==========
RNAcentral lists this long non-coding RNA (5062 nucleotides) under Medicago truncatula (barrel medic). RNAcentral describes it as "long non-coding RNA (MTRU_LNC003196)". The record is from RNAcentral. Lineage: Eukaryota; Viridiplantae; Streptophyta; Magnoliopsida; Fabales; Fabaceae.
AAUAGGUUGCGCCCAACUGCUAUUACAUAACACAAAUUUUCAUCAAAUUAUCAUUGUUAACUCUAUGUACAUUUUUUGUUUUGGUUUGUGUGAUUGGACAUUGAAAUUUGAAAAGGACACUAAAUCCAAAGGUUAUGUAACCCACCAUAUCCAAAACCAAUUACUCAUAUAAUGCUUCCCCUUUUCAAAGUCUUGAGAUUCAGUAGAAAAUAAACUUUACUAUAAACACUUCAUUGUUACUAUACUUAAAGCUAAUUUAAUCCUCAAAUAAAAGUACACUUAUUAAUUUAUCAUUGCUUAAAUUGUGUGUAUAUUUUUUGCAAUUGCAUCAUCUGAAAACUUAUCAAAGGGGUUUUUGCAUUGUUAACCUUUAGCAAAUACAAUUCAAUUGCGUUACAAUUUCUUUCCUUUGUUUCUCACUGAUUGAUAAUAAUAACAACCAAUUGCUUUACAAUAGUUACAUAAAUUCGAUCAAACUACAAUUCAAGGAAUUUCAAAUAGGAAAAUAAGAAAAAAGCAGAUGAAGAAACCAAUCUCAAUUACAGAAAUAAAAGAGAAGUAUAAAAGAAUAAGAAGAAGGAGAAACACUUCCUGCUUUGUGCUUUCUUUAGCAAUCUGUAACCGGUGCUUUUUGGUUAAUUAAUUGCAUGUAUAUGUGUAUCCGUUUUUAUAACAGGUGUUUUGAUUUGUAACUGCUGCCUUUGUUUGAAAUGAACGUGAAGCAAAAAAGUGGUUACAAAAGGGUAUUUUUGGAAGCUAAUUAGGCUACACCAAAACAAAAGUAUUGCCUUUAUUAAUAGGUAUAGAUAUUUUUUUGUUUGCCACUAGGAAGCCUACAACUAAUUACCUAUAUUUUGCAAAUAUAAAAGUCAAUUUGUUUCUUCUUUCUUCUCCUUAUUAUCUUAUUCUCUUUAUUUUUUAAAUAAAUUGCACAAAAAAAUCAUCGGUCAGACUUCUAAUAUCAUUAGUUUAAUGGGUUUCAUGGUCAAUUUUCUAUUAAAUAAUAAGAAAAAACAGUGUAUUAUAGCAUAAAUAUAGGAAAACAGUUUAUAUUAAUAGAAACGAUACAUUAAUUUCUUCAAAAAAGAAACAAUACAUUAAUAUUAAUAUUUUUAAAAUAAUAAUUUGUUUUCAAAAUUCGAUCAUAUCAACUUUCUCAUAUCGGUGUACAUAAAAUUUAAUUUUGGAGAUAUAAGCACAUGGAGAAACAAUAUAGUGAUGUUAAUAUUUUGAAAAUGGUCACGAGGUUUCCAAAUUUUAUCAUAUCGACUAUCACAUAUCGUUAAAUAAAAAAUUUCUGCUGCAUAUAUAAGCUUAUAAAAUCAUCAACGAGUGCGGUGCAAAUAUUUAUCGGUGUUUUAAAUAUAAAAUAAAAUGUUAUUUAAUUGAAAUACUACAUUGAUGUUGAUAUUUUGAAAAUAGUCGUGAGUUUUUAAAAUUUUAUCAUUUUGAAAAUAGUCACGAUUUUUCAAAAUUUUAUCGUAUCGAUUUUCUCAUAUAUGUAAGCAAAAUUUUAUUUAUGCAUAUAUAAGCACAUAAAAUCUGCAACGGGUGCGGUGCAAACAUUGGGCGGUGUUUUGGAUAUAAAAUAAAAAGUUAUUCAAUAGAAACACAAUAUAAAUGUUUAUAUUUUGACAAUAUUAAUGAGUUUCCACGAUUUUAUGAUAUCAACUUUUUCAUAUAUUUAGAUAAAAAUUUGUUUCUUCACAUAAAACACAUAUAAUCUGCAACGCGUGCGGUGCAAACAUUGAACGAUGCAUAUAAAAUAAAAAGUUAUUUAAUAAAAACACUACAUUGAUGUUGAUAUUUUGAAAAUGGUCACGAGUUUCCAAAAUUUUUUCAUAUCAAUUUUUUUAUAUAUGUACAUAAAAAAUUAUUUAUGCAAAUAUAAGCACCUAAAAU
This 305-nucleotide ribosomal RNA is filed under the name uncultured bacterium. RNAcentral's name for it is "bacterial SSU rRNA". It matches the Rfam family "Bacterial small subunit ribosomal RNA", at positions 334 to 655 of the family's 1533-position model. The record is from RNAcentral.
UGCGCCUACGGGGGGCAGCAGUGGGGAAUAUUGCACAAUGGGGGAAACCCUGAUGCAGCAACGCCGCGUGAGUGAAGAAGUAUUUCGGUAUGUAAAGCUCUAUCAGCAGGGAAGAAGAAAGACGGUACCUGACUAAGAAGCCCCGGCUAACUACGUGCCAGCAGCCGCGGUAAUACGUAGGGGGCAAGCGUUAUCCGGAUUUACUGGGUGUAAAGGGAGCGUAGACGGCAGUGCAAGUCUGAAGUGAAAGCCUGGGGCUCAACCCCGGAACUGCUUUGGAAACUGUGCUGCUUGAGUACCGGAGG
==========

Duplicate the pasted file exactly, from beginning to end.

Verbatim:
RNAcentral lists this long non-coding RNA (5062 nucleotides) under Medicago truncatula (barrel medic). RNAcentral describes it as "long non-coding RNA (MTRU_LNC003196)". The record is from RNAcentral. Lineage: Eukaryota; Viridiplantae; Streptophyta; Magnoliopsida; Fabales; Fabaceae.
AAUAGGUUGCGCCCAACUGCUAUUACAUAACACAAAUUUUCAUCAAAUUAUCAUUGUUAACUCUAUGUACAUUUUUUGUUUUGGUUUGUGUGAUUGGACAUUGAAAUUUGAAAAGGACACUAAAUCCAAAGGUUAUGUAACCCACCAUAUCCAAAACCAAUUACUCAUAUAAUGCUUCCCCUUUUCAAAGUCUUGAGAUUCAGUAGAAAAUAAACUUUACUAUAAACACUUCAUUGUUACUAUACUUAAAGCUAAUUUAAUCCUCAAAUAAAAGUACACUUAUUAAUUUAUCAUUGCUUAAAUUGUGUGUAUAUUUUUUGCAAUUGCAUCAUCUGAAAACUUAUCAAAGGGGUUUUUGCAUUGUUAACCUUUAGCAAAUACAAUUCAAUUGCGUUACAAUUUCUUUCCUUUGUUUCUCACUGAUUGAUAAUAAUAACAACCAAUUGCUUUACAAUAGUUACAUAAAUUCGAUCAAACUACAAUUCAAGGAAUUUCAAAUAGGAAAAUAAGAAAAAAGCAGAUGAAGAAACCAAUCUCAAUUACAGAAAUAAAAGAGAAGUAUAAAAGAAUAAGAAGAAGGAGAAACACUUCCUGCUUUGUGCUUUCUUUAGCAAUCUGUAACCGGUGCUUUUUGGUUAAUUAAUUGCAUGUAUAUGUGUAUCCGUUUUUAUAACAGGUGUUUUGAUUUGUAACUGCUGCCUUUGUUUGAAAUGAACGUGAAGCAAAAAAGUGGUUACAAAAGGGUAUUUUUGGAAGCUAAUUAGGCUACACCAAAACAAAAGUAUUGCCUUUAUUAAUAGGUAUAGAUAUUUUUUUGUUUGCCACUAGGAAGCCUACAACUAAUUACCUAUAUUUUGCAAAUAUAAAAGUCAAUUUGUUUCUUCUUUCUUCUCCUUAUUAUCUUAUUCUCUUUAUUUUUUAAAUAAAUUGCACAAAAAAAUCAUCGGUCAGACUUCUAAUAUCAUUAGUUUAAUGGGUUUCAUGGUCAAUUUUCUAUUAAAUAAUAAGAAAAAACAGUGUAUUAUAGCAUAAAUAUAGGAAAACAGUUUAUAUUAAUAGAAACGAUACAUUAAUUUCUUCAAAAAAGAAACAAUACAUUAAUAUUAAUAUUUUUAAAAUAAUAAUUUGUUUUCAAAAUUCGAUCAUAUCAACUUUCUCAUAUCGGUGUACAUAAAAUUUAAUUUUGGAGAUAUAAGCACAUGGAGAAACAAUAUAGUGAUGUUAAUAUUUUGAAAAUGGUCACGAGGUUUCCAAAUUUUAUCAUAUCGACUAUCACAUAUCGUUAAAUAAAAAAUUUCUGCUGCAUAUAUAAGCUUAUAAAAUCAUCAACGAGUGCGGUGCAAAUAUUUAUCGGUGUUUUAAAUAUAAAAUAAAAUGUUAUUUAAUUGAAAUACUACAUUGAUGUUGAUAUUUUGAAAAUAGUCGUGAGUUUUUAAAAUUUUAUCAUUUUGAAAAUAGUCACGAUUUUUCAAAAUUUUAUCGUAUCGAUUUUCUCAUAUAUGUAAGCAAAAUUUUAUUUAUGCAUAUAUAAGCACAUAAAAUCUGCAACGGGUGCGGUGCAAACAUUGGGCGGUGUUUUGGAUAUAAAAUAAAAAGUUAUUCAAUAGAAACACAAUAUAAAUGUUUAUAUUUUGACAAUAUUAAUGAGUUUCCACGAUUUUAUGAUAUCAACUUUUUCAUAUAUUUAGAUAAAAAUUUGUUUCUUCACAUAAAACACAUAUAAUCUGCAACGCGUGCGGUGCAAACAUUGAACGAUGCAUAUAAAAUAAAAAGUUAUUUAAUAAAAACACUACAUUGAUGUUGAUAUUUUGAAAAUGGUCACGAGUUUCCAAAAUUUUUUCAUAUCAAUUUUUUUAUAUAUGUACAUAAAAAAUUAUUUAUGCAAAUAUAAGCACCUAAAAU
This 305-nucleotide ribosomal RNA is filed under the name uncultured bacterium. RNAcentral's name for it is "bacterial SSU rRNA". It matches the Rfam family "Bacterial small subunit ribosomal RNA", at positions 334 to 655 of the family's 1533-position model. The record is from RNAcentral.
UGCGCCUACGGGGGGCAGCAGUGGGGAAUAUUGCACAAUGGGGGAAACCCUGAUGCAGCAACGCCGCGUGAGUGAAGAAGUAUUUCGGUAUGUAAAGCUCUAUCAGCAGGGAAGAAGAAAGACGGUACCUGACUAAGAAGCCCCGGCUAACUACGUGCCAGCAGCCGCGGUAAUACGUAGGGGGCAAGCGUUAUCCGGAUUUACUGGGUGUAAAGGGAGCGUAGACGGCAGUGCAAGUCUGAAGUGAAAGCCUGGGGCUCAACCCCGGAACUGCUUUGGAAACUGUGCUGCUUGAGUACCGGAGG